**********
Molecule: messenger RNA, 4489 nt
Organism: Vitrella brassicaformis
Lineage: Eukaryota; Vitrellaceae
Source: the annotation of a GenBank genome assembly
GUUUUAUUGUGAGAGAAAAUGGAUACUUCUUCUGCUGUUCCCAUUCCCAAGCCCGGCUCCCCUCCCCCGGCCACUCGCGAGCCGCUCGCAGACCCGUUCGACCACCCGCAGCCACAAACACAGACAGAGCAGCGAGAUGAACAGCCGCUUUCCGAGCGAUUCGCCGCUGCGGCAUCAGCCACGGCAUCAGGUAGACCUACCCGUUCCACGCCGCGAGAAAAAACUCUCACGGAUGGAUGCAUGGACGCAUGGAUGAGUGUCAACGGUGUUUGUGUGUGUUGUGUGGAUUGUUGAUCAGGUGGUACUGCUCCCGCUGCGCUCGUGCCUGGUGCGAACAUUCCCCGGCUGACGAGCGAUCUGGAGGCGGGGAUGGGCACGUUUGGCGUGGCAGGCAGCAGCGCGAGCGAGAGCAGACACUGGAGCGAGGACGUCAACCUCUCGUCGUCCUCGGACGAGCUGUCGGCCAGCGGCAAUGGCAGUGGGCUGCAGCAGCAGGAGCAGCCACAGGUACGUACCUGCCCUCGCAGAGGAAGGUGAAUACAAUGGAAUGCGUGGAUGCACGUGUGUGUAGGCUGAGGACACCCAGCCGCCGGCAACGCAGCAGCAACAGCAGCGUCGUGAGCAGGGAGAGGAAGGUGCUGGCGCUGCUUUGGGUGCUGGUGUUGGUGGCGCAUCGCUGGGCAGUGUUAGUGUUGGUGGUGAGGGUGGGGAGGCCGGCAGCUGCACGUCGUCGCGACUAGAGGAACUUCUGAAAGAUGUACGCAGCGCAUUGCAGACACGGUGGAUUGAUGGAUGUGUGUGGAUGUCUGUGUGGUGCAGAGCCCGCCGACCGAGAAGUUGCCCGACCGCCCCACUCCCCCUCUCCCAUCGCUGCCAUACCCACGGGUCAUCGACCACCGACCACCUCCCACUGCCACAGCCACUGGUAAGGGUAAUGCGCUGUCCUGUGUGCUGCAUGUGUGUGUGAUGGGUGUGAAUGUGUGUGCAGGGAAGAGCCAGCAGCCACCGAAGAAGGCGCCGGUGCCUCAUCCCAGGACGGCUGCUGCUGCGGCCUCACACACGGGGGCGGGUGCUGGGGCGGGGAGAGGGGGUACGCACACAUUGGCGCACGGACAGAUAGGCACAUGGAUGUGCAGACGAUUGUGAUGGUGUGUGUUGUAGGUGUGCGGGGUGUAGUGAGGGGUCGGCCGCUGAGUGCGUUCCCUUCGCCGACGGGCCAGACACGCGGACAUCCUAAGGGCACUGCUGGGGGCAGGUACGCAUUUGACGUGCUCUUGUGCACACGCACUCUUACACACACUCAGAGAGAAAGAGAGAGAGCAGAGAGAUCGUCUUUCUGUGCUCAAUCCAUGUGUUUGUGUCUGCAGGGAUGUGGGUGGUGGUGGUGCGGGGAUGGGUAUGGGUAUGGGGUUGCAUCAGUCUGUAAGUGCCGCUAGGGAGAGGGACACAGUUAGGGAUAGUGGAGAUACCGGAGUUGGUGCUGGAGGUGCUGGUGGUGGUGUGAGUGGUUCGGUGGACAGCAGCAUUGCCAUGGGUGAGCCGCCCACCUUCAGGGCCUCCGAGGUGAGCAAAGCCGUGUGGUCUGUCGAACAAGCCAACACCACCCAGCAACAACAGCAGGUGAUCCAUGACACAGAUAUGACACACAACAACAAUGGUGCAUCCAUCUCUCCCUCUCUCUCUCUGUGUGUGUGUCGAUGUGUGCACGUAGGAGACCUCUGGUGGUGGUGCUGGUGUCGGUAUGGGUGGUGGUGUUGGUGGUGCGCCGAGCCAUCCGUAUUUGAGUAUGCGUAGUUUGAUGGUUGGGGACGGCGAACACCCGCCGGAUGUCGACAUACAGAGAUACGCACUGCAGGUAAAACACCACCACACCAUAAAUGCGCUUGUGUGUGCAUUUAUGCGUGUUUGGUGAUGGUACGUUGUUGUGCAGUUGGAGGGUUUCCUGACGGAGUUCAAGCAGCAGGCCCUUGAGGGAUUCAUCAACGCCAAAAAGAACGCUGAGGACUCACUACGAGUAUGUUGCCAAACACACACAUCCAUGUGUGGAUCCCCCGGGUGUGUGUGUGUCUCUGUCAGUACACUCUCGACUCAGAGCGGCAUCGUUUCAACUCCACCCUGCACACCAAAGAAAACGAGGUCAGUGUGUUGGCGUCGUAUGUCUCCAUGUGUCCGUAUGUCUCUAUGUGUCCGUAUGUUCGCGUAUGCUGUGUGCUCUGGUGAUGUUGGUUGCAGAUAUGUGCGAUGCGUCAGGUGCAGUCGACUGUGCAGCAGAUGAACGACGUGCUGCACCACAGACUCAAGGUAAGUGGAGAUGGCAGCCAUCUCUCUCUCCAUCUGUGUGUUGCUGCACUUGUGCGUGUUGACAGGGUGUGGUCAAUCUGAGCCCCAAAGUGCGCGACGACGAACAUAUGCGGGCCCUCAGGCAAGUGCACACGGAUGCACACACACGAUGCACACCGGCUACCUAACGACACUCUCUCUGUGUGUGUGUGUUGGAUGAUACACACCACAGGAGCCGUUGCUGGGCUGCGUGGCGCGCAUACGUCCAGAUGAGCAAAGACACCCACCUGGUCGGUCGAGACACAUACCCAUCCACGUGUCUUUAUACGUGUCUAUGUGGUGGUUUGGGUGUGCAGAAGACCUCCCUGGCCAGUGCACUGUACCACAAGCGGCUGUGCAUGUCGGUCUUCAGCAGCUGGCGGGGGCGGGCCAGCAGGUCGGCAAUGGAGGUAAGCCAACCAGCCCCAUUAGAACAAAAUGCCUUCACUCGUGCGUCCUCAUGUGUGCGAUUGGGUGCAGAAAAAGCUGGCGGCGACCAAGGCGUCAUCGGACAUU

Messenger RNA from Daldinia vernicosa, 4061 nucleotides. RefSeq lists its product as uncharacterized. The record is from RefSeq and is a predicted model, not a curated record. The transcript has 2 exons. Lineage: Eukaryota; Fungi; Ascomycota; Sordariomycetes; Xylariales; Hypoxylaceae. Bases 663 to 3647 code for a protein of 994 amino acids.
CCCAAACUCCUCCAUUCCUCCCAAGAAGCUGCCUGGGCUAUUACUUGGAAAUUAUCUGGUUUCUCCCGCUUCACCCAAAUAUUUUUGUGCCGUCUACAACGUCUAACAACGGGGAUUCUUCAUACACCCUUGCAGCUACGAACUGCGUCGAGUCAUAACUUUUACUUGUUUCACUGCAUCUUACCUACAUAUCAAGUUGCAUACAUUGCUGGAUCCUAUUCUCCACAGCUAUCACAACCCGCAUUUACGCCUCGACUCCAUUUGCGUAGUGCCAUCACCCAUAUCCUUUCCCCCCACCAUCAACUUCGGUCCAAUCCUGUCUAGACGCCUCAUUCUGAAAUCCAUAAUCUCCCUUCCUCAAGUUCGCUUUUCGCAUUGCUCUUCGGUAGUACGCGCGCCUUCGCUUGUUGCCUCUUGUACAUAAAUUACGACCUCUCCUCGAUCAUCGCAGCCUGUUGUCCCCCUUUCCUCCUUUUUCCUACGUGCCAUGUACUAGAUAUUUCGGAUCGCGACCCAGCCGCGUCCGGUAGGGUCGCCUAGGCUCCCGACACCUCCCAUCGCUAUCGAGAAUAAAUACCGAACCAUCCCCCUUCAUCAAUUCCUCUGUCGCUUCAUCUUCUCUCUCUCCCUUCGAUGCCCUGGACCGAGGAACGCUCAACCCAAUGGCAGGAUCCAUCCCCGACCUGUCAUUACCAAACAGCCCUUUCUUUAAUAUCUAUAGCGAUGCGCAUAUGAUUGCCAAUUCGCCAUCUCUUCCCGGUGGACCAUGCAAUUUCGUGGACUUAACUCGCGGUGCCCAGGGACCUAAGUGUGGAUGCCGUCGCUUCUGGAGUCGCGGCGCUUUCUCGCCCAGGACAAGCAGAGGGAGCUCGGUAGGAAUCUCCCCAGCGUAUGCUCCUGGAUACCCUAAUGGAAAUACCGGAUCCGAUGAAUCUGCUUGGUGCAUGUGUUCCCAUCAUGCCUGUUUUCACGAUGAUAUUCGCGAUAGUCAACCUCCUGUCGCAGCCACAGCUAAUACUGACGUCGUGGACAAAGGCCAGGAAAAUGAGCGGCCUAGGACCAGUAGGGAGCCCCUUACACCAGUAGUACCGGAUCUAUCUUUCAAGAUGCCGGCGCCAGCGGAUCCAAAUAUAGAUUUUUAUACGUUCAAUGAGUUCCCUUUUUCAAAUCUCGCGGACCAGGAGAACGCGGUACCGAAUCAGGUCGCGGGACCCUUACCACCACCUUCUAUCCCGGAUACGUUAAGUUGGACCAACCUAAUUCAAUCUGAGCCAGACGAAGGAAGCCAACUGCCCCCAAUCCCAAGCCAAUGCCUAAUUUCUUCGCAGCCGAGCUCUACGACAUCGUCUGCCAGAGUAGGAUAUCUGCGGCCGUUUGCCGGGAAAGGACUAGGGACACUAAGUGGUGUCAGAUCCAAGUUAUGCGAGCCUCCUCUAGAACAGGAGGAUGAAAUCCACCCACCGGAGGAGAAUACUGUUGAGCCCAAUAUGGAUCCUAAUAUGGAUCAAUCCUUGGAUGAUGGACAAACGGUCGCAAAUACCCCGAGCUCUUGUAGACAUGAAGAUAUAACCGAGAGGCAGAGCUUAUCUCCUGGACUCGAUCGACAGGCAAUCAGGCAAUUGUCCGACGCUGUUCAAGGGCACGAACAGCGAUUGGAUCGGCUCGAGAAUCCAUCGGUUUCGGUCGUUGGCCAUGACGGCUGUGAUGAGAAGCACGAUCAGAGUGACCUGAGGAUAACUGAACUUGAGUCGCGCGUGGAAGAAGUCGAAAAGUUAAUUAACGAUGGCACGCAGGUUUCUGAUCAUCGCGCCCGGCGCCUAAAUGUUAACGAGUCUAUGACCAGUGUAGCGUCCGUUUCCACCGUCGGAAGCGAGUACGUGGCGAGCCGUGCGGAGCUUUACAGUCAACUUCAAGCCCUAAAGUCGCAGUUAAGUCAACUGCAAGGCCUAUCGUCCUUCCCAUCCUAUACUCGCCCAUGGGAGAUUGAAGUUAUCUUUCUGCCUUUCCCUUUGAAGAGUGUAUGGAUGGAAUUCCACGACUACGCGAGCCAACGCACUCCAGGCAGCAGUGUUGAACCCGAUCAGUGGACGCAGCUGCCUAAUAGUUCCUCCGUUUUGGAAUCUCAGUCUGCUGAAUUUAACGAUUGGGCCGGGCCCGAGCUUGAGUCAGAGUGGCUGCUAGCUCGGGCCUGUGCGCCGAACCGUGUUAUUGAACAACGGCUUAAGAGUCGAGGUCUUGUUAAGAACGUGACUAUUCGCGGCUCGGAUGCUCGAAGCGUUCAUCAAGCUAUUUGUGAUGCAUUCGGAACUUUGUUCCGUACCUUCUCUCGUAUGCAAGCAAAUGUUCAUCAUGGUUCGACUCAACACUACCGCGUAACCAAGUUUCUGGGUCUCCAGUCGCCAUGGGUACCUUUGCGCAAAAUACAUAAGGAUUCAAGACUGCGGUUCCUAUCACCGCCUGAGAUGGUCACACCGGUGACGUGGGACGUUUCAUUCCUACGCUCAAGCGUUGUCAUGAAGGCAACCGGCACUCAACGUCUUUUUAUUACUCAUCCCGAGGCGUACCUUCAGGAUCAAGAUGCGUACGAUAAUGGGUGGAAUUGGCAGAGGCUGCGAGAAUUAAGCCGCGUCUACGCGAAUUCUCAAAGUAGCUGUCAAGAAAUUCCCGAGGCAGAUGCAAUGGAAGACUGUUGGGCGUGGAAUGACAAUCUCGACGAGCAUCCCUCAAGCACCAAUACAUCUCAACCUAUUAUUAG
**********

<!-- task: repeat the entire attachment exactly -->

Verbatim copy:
Molecule: messenger RNA, 4489 nt
Organism: Vitrella brassicaformis
Lineage: Eukaryota; Vitrellaceae
Source: the annotation of a GenBank genome assembly
GUUUUAUUGUGAGAGAAAAUGGAUACUUCUUCUGCUGUUCCCAUUCCCAAGCCCGGCUCCCCUCCCCCGGCCACUCGCGAGCCGCUCGCAGACCCGUUCGACCACCCGCAGCCACAAACACAGACAGAGCAGCGAGAUGAACAGCCGCUUUCCGAGCGAUUCGCCGCUGCGGCAUCAGCCACGGCAUCAGGUAGACCUACCCGUUCCACGCCGCGAGAAAAAACUCUCACGGAUGGAUGCAUGGACGCAUGGAUGAGUGUCAACGGUGUUUGUGUGUGUUGUGUGGAUUGUUGAUCAGGUGGUACUGCUCCCGCUGCGCUCGUGCCUGGUGCGAACAUUCCCCGGCUGACGAGCGAUCUGGAGGCGGGGAUGGGCACGUUUGGCGUGGCAGGCAGCAGCGCGAGCGAGAGCAGACACUGGAGCGAGGACGUCAACCUCUCGUCGUCCUCGGACGAGCUGUCGGCCAGCGGCAAUGGCAGUGGGCUGCAGCAGCAGGAGCAGCCACAGGUACGUACCUGCCCUCGCAGAGGAAGGUGAAUACAAUGGAAUGCGUGGAUGCACGUGUGUGUAGGCUGAGGACACCCAGCCGCCGGCAACGCAGCAGCAACAGCAGCGUCGUGAGCAGGGAGAGGAAGGUGCUGGCGCUGCUUUGGGUGCUGGUGUUGGUGGCGCAUCGCUGGGCAGUGUUAGUGUUGGUGGUGAGGGUGGGGAGGCCGGCAGCUGCACGUCGUCGCGACUAGAGGAACUUCUGAAAGAUGUACGCAGCGCAUUGCAGACACGGUGGAUUGAUGGAUGUGUGUGGAUGUCUGUGUGGUGCAGAGCCCGCCGACCGAGAAGUUGCCCGACCGCCCCACUCCCCCUCUCCCAUCGCUGCCAUACCCACGGGUCAUCGACCACCGACCACCUCCCACUGCCACAGCCACUGGUAAGGGUAAUGCGCUGUCCUGUGUGCUGCAUGUGUGUGUGAUGGGUGUGAAUGUGUGUGCAGGGAAGAGCCAGCAGCCACCGAAGAAGGCGCCGGUGCCUCAUCCCAGGACGGCUGCUGCUGCGGCCUCACACACGGGGGCGGGUGCUGGGGCGGGGAGAGGGGGUACGCACACAUUGGCGCACGGACAGAUAGGCACAUGGAUGUGCAGACGAUUGUGAUGGUGUGUGUUGUAGGUGUGCGGGGUGUAGUGAGGGGUCGGCCGCUGAGUGCGUUCCCUUCGCCGACGGGCCAGACACGCGGACAUCCUAAGGGCACUGCUGGGGGCAGGUACGCAUUUGACGUGCUCUUGUGCACACGCACUCUUACACACACUCAGAGAGAAAGAGAGAGAGCAGAGAGAUCGUCUUUCUGUGCUCAAUCCAUGUGUUUGUGUCUGCAGGGAUGUGGGUGGUGGUGGUGCGGGGAUGGGUAUGGGUAUGGGGUUGCAUCAGUCUGUAAGUGCCGCUAGGGAGAGGGACACAGUUAGGGAUAGUGGAGAUACCGGAGUUGGUGCUGGAGGUGCUGGUGGUGGUGUGAGUGGUUCGGUGGACAGCAGCAUUGCCAUGGGUGAGCCGCCCACCUUCAGGGCCUCCGAGGUGAGCAAAGCCGUGUGGUCUGUCGAACAAGCCAACACCACCCAGCAACAACAGCAGGUGAUCCAUGACACAGAUAUGACACACAACAACAAUGGUGCAUCCAUCUCUCCCUCUCUCUCUCUGUGUGUGUGUCGAUGUGUGCACGUAGGAGACCUCUGGUGGUGGUGCUGGUGUCGGUAUGGGUGGUGGUGUUGGUGGUGCGCCGAGCCAUCCGUAUUUGAGUAUGCGUAGUUUGAUGGUUGGGGACGGCGAACACCCGCCGGAUGUCGACAUACAGAGAUACGCACUGCAGGUAAAACACCACCACACCAUAAAUGCGCUUGUGUGUGCAUUUAUGCGUGUUUGGUGAUGGUACGUUGUUGUGCAGUUGGAGGGUUUCCUGACGGAGUUCAAGCAGCAGGCCCUUGAGGGAUUCAUCAACGCCAAAAAGAACGCUGAGGACUCACUACGAGUAUGUUGCCAAACACACACAUCCAUGUGUGGAUCCCCCGGGUGUGUGUGUGUCUCUGUCAGUACACUCUCGACUCAGAGCGGCAUCGUUUCAACUCCACCCUGCACACCAAAGAAAACGAGGUCAGUGUGUUGGCGUCGUAUGUCUCCAUGUGUCCGUAUGUCUCUAUGUGUCCGUAUGUUCGCGUAUGCUGUGUGCUCUGGUGAUGUUGGUUGCAGAUAUGUGCGAUGCGUCAGGUGCAGUCGACUGUGCAGCAGAUGAACGACGUGCUGCACCACAGACUCAAGGUAAGUGGAGAUGGCAGCCAUCUCUCUCUCCAUCUGUGUGUUGCUGCACUUGUGCGUGUUGACAGGGUGUGGUCAAUCUGAGCCCCAAAGUGCGCGACGACGAACAUAUGCGGGCCCUCAGGCAAGUGCACACGGAUGCACACACACGAUGCACACCGGCUACCUAACGACACUCUCUCUGUGUGUGUGUGUUGGAUGAUACACACCACAGGAGCCGUUGCUGGGCUGCGUGGCGCGCAUACGUCCAGAUGAGCAAAGACACCCACCUGGUCGGUCGAGACACAUACCCAUCCACGUGUCUUUAUACGUGUCUAUGUGGUGGUUUGGGUGUGCAGAAGACCUCCCUGGCCAGUGCACUGUACCACAAGCGGCUGUGCAUGUCGGUCUUCAGCAGCUGGCGGGGGCGGGCCAGCAGGUCGGCAAUGGAGGUAAGCCAACCAGCCCCAUUAGAACAAAAUGCCUUCACUCGUGCGUCCUCAUGUGUGCGAUUGGGUGCAGAAAAAGCUGGCGGCGACCAAGGCGUCAUCGGACAUU

Messenger RNA from Daldinia vernicosa, 4061 nucleotides. RefSeq lists its product as uncharacterized. The record is from RefSeq and is a predicted model, not a curated record. The transcript has 2 exons. Lineage: Eukaryota; Fungi; Ascomycota; Sordariomycetes; Xylariales; Hypoxylaceae. Bases 663 to 3647 code for a protein of 994 amino acids.
CCCAAACUCCUCCAUUCCUCCCAAGAAGCUGCCUGGGCUAUUACUUGGAAAUUAUCUGGUUUCUCCCGCUUCACCCAAAUAUUUUUGUGCCGUCUACAACGUCUAACAACGGGGAUUCUUCAUACACCCUUGCAGCUACGAACUGCGUCGAGUCAUAACUUUUACUUGUUUCACUGCAUCUUACCUACAUAUCAAGUUGCAUACAUUGCUGGAUCCUAUUCUCCACAGCUAUCACAACCCGCAUUUACGCCUCGACUCCAUUUGCGUAGUGCCAUCACCCAUAUCCUUUCCCCCCACCAUCAACUUCGGUCCAAUCCUGUCUAGACGCCUCAUUCUGAAAUCCAUAAUCUCCCUUCCUCAAGUUCGCUUUUCGCAUUGCUCUUCGGUAGUACGCGCGCCUUCGCUUGUUGCCUCUUGUACAUAAAUUACGACCUCUCCUCGAUCAUCGCAGCCUGUUGUCCCCCUUUCCUCCUUUUUCCUACGUGCCAUGUACUAGAUAUUUCGGAUCGCGACCCAGCCGCGUCCGGUAGGGUCGCCUAGGCUCCCGACACCUCCCAUCGCUAUCGAGAAUAAAUACCGAACCAUCCCCCUUCAUCAAUUCCUCUGUCGCUUCAUCUUCUCUCUCUCCCUUCGAUGCCCUGGACCGAGGAACGCUCAACCCAAUGGCAGGAUCCAUCCCCGACCUGUCAUUACCAAACAGCCCUUUCUUUAAUAUCUAUAGCGAUGCGCAUAUGAUUGCCAAUUCGCCAUCUCUUCCCGGUGGACCAUGCAAUUUCGUGGACUUAACUCGCGGUGCCCAGGGACCUAAGUGUGGAUGCCGUCGCUUCUGGAGUCGCGGCGCUUUCUCGCCCAGGACAAGCAGAGGGAGCUCGGUAGGAAUCUCCCCAGCGUAUGCUCCUGGAUACCCUAAUGGAAAUACCGGAUCCGAUGAAUCUGCUUGGUGCAUGUGUUCCCAUCAUGCCUGUUUUCACGAUGAUAUUCGCGAUAGUCAACCUCCUGUCGCAGCCACAGCUAAUACUGACGUCGUGGACAAAGGCCAGGAAAAUGAGCGGCCUAGGACCAGUAGGGAGCCCCUUACACCAGUAGUACCGGAUCUAUCUUUCAAGAUGCCGGCGCCAGCGGAUCCAAAUAUAGAUUUUUAUACGUUCAAUGAGUUCCCUUUUUCAAAUCUCGCGGACCAGGAGAACGCGGUACCGAAUCAGGUCGCGGGACCCUUACCACCACCUUCUAUCCCGGAUACGUUAAGUUGGACCAACCUAAUUCAAUCUGAGCCAGACGAAGGAAGCCAACUGCCCCCAAUCCCAAGCCAAUGCCUAAUUUCUUCGCAGCCGAGCUCUACGACAUCGUCUGCCAGAGUAGGAUAUCUGCGGCCGUUUGCCGGGAAAGGACUAGGGACACUAAGUGGUGUCAGAUCCAAGUUAUGCGAGCCUCCUCUAGAACAGGAGGAUGAAAUCCACCCACCGGAGGAGAAUACUGUUGAGCCCAAUAUGGAUCCUAAUAUGGAUCAAUCCUUGGAUGAUGGACAAACGGUCGCAAAUACCCCGAGCUCUUGUAGACAUGAAGAUAUAACCGAGAGGCAGAGCUUAUCUCCUGGACUCGAUCGACAGGCAAUCAGGCAAUUGUCCGACGCUGUUCAAGGGCACGAACAGCGAUUGGAUCGGCUCGAGAAUCCAUCGGUUUCGGUCGUUGGCCAUGACGGCUGUGAUGAGAAGCACGAUCAGAGUGACCUGAGGAUAACUGAACUUGAGUCGCGCGUGGAAGAAGUCGAAAAGUUAAUUAACGAUGGCACGCAGGUUUCUGAUCAUCGCGCCCGGCGCCUAAAUGUUAACGAGUCUAUGACCAGUGUAGCGUCCGUUUCCACCGUCGGAAGCGAGUACGUGGCGAGCCGUGCGGAGCUUUACAGUCAACUUCAAGCCCUAAAGUCGCAGUUAAGUCAACUGCAAGGCCUAUCGUCCUUCCCAUCCUAUACUCGCCCAUGGGAGAUUGAAGUUAUCUUUCUGCCUUUCCCUUUGAAGAGUGUAUGGAUGGAAUUCCACGACUACGCGAGCCAACGCACUCCAGGCAGCAGUGUUGAACCCGAUCAGUGGACGCAGCUGCCUAAUAGUUCCUCCGUUUUGGAAUCUCAGUCUGCUGAAUUUAACGAUUGGGCCGGGCCCGAGCUUGAGUCAGAGUGGCUGCUAGCUCGGGCCUGUGCGCCGAACCGUGUUAUUGAACAACGGCUUAAGAGUCGAGGUCUUGUUAAGAACGUGACUAUUCGCGGCUCGGAUGCUCGAAGCGUUCAUCAAGCUAUUUGUGAUGCAUUCGGAACUUUGUUCCGUACCUUCUCUCGUAUGCAAGCAAAUGUUCAUCAUGGUUCGACUCAACACUACCGCGUAACCAAGUUUCUGGGUCUCCAGUCGCCAUGGGUACCUUUGCGCAAAAUACAUAAGGAUUCAAGACUGCGGUUCCUAUCACCGCCUGAGAUGGUCACACCGGUGACGUGGGACGUUUCAUUCCUACGCUCAAGCGUUGUCAUGAAGGCAACCGGCACUCAACGUCUUUUUAUUACUCAUCCCGAGGCGUACCUUCAGGAUCAAGAUGCGUACGAUAAUGGGUGGAAUUGGCAGAGGCUGCGAGAAUUAAGCCGCGUCUACGCGAAUUCUCAAAGUAGCUGUCAAGAAAUUCCCGAGGCAGAUGCAAUGGAAGACUGUUGGGCGUGGAAUGACAAUCUCGACGAGCAUCCCUCAAGCACCAAUACAUCUCAACCUAUUAUUAG